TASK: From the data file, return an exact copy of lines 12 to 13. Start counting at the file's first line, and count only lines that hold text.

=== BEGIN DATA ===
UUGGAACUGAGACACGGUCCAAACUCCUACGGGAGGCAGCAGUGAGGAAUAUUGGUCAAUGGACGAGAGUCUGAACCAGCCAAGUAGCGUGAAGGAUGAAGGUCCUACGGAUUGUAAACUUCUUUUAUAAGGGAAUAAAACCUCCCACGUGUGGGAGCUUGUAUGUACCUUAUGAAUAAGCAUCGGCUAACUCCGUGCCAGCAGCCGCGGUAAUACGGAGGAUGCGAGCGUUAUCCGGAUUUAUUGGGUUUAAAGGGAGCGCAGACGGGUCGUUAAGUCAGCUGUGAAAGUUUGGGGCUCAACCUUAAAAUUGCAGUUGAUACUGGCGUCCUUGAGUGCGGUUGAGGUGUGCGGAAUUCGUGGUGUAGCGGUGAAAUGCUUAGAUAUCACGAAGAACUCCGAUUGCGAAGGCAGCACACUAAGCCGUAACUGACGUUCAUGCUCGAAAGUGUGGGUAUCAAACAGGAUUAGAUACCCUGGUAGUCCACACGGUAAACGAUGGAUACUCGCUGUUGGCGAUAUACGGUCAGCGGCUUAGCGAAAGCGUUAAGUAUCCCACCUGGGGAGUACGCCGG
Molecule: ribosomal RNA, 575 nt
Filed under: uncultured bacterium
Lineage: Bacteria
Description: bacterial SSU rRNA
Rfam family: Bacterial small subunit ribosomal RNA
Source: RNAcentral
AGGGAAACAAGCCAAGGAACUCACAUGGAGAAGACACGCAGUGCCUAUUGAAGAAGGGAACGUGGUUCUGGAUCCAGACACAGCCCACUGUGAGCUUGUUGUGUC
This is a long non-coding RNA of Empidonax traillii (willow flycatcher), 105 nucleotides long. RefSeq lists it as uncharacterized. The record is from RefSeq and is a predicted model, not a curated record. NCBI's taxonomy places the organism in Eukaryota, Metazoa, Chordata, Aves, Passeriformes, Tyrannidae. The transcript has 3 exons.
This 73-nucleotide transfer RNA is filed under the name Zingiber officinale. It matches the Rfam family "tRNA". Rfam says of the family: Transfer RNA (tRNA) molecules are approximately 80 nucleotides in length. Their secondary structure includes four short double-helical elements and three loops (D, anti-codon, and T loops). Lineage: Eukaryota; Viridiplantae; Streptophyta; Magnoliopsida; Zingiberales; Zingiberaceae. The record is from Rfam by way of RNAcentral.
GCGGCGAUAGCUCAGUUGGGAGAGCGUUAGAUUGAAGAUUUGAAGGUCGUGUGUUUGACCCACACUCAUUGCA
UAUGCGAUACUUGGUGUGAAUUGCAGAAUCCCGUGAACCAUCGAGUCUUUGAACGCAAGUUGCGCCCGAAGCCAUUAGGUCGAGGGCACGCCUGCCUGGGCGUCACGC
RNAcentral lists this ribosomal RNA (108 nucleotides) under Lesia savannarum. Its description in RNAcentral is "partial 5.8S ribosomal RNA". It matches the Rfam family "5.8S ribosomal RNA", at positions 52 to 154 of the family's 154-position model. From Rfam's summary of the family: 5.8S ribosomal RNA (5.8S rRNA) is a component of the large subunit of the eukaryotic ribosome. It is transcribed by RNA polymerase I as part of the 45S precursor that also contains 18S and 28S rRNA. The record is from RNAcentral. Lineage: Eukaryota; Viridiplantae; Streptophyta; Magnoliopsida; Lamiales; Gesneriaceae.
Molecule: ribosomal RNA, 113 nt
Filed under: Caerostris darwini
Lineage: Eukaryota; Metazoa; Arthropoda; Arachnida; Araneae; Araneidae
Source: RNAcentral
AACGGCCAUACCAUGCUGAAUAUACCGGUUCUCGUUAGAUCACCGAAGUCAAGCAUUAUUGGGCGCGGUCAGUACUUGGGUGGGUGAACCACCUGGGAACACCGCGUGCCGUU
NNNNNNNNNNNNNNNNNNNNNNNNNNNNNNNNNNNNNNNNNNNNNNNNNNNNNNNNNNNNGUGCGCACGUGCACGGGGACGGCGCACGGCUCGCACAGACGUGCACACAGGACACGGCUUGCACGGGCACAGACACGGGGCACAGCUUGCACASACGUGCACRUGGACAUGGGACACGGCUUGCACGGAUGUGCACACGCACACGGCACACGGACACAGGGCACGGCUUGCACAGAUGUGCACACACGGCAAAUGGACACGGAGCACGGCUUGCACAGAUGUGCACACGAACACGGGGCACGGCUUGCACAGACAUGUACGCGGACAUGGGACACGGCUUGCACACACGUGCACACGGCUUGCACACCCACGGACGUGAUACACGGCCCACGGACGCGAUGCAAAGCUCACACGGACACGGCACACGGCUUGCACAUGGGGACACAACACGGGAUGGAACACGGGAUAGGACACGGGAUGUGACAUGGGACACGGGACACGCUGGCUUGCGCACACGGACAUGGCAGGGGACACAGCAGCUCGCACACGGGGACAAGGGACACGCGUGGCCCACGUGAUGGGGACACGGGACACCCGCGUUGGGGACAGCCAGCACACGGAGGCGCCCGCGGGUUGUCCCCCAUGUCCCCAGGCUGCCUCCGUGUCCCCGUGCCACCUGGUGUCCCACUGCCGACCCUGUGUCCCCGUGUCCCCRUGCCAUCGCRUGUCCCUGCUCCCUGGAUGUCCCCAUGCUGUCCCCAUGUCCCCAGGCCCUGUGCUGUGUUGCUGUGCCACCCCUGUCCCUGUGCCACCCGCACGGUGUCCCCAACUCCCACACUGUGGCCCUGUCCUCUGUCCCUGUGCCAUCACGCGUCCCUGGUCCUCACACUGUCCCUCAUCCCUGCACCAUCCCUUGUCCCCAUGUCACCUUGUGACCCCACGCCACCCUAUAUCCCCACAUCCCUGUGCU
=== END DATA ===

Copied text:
UAUGCGAUACUUGGUGUGAAUUGCAGAAUCCCGUGAACCAUCGAGUCUUUGAACGCAAGUUGCGCCCGAAGCCAUUAGGUCGAGGGCACGCCUGCCUGGGCGUCACGC
RNAcentral lists this ribosomal RNA (108 nucleotides) under Lesia savannarum. Its description in RNAcentral is "partial 5.8S ribosomal RNA". It matches the Rfam family "5.8S ribosomal RNA", at positions 52 to 154 of the family's 154-position model. From Rfam's summary of the family: 5.8S ribosomal RNA (5.8S rRNA) is a component of the large subunit of the eukaryotic ribosome. It is transcribed by RNA polymerase I as part of the 45S precursor that also contains 18S and 28S rRNA. The record is from RNAcentral. Lineage: Eukaryota; Viridiplantae; Streptophyta; Magnoliopsida; Lamiales; Gesneriaceae.